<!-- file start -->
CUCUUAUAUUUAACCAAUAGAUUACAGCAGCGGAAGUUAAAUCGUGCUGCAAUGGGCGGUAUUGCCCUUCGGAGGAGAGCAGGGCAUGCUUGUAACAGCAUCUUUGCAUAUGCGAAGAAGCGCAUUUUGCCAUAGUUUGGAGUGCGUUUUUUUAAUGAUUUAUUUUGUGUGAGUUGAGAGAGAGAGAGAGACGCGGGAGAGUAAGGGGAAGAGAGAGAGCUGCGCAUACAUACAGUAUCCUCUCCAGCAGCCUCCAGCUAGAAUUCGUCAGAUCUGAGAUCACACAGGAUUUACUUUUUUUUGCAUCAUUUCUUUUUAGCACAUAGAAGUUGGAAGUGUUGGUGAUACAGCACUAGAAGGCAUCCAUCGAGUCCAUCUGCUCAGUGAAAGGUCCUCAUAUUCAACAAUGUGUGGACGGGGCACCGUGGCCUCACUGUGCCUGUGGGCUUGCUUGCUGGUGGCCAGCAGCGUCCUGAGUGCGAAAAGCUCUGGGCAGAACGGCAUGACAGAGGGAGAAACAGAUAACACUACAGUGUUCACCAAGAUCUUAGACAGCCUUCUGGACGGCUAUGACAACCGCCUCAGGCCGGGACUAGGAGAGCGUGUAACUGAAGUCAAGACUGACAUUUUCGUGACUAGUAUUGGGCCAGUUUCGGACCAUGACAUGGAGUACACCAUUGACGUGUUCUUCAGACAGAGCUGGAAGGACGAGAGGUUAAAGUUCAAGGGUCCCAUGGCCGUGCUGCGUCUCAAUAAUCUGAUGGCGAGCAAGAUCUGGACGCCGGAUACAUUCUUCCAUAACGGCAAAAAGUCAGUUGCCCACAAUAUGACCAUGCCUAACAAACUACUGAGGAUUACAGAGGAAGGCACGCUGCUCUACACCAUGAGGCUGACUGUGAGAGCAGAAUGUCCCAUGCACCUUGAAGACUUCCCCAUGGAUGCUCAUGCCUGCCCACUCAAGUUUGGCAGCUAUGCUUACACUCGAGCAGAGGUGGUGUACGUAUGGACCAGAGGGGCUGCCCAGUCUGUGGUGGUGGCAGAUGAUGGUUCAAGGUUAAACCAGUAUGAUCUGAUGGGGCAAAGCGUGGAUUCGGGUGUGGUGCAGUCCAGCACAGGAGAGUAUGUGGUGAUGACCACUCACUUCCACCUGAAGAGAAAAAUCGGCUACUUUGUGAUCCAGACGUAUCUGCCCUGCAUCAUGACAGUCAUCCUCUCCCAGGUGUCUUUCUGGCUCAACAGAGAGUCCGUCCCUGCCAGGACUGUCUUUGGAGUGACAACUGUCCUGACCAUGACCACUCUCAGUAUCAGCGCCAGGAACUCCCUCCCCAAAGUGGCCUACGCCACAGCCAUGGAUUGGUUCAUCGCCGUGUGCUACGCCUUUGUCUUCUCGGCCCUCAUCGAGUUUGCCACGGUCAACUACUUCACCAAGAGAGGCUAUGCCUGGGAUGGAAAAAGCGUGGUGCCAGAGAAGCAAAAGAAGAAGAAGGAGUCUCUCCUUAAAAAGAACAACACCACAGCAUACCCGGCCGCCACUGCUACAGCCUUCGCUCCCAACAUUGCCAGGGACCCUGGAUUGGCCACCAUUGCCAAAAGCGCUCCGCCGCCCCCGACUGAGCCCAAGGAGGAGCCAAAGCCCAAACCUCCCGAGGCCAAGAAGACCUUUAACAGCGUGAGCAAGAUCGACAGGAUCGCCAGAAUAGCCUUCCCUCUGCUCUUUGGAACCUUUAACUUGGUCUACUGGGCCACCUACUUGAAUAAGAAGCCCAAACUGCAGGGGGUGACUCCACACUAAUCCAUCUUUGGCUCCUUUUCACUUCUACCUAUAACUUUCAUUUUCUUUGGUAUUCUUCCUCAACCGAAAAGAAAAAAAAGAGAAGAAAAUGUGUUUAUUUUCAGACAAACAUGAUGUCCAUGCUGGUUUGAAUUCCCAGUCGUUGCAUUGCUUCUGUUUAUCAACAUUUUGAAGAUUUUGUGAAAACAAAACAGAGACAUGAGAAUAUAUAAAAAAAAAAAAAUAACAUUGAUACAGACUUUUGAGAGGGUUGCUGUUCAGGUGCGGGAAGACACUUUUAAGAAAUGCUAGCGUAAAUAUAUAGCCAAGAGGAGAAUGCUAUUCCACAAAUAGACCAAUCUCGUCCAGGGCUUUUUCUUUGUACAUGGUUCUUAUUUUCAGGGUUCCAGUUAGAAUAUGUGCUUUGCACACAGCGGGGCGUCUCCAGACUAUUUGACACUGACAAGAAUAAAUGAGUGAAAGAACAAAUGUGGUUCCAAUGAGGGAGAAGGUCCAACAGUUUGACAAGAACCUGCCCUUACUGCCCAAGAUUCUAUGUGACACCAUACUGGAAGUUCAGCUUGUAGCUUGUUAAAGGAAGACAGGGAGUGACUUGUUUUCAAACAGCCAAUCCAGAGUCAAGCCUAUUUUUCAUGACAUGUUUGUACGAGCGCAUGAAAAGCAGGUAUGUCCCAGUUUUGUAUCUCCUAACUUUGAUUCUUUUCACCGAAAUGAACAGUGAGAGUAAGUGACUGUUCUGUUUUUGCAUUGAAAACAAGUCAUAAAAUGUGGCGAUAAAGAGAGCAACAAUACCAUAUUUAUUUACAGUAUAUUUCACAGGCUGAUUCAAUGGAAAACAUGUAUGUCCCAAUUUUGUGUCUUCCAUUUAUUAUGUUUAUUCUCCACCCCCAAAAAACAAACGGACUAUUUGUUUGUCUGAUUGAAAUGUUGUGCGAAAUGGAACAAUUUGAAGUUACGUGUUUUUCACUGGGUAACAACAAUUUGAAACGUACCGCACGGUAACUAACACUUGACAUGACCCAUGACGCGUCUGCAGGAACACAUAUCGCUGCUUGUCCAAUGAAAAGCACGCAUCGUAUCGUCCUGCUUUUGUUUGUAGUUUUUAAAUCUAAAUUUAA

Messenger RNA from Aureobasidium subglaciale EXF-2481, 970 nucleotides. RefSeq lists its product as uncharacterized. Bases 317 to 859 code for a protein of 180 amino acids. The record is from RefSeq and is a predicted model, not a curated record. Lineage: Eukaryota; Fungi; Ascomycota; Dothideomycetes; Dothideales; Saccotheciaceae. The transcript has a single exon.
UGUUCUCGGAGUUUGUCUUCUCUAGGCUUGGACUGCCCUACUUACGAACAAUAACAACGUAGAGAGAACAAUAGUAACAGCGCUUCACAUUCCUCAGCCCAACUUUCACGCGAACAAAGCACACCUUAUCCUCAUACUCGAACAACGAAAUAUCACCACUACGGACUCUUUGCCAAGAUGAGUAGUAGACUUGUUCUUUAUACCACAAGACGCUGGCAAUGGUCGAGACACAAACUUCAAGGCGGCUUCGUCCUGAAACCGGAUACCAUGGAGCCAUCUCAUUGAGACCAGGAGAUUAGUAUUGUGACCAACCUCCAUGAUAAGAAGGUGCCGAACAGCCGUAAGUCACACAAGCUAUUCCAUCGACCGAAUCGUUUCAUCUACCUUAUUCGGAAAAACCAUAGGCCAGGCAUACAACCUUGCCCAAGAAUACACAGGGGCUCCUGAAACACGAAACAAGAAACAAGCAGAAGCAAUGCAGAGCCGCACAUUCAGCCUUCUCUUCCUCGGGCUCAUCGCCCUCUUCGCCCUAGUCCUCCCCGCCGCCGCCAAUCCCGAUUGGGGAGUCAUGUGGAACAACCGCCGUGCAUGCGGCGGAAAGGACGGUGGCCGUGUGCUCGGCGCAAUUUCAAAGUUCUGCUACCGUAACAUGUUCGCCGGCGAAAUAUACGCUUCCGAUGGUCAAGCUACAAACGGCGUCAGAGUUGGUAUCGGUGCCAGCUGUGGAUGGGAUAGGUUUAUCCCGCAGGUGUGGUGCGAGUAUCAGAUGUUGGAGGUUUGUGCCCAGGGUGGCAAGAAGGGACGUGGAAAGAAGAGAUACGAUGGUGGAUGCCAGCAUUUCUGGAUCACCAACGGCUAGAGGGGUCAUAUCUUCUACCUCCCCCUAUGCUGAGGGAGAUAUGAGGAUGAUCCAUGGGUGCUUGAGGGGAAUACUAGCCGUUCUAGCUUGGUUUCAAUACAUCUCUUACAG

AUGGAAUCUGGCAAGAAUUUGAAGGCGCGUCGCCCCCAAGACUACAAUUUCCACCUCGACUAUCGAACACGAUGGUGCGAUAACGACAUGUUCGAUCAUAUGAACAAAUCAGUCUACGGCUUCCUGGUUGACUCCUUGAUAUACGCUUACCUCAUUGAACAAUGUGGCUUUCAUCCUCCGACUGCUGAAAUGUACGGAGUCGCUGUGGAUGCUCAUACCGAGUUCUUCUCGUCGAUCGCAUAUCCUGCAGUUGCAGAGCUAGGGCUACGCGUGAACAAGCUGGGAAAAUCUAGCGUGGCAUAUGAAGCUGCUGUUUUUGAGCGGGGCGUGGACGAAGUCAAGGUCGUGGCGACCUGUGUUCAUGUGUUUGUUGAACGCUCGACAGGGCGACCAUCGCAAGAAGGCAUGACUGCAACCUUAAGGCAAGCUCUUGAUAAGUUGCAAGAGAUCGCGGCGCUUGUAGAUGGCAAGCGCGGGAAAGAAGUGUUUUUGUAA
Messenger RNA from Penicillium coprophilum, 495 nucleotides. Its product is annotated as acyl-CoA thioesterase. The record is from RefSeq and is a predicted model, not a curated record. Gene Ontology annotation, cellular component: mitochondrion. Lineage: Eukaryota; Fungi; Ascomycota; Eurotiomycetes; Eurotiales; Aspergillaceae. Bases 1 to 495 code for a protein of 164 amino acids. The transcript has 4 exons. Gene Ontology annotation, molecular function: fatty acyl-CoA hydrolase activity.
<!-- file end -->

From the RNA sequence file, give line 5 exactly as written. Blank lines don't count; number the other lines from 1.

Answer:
Messenger RNA from Penicillium coprophilum, 495 nucleotides. Its product is annotated as acyl-CoA thioesterase. The record is from RefSeq and is a predicted model, not a curated record. Gene Ontology annotation, cellular component: mitochondrion. Lineage: Eukaryota; Fungi; Ascomycota; Eurotiomycetes; Eurotiales; Aspergillaceae. Bases 1 to 495 code for a protein of 164 amino acids. The transcript has 4 exons. Gene Ontology annotation, molecular function: fatty acyl-CoA hydrolase activity.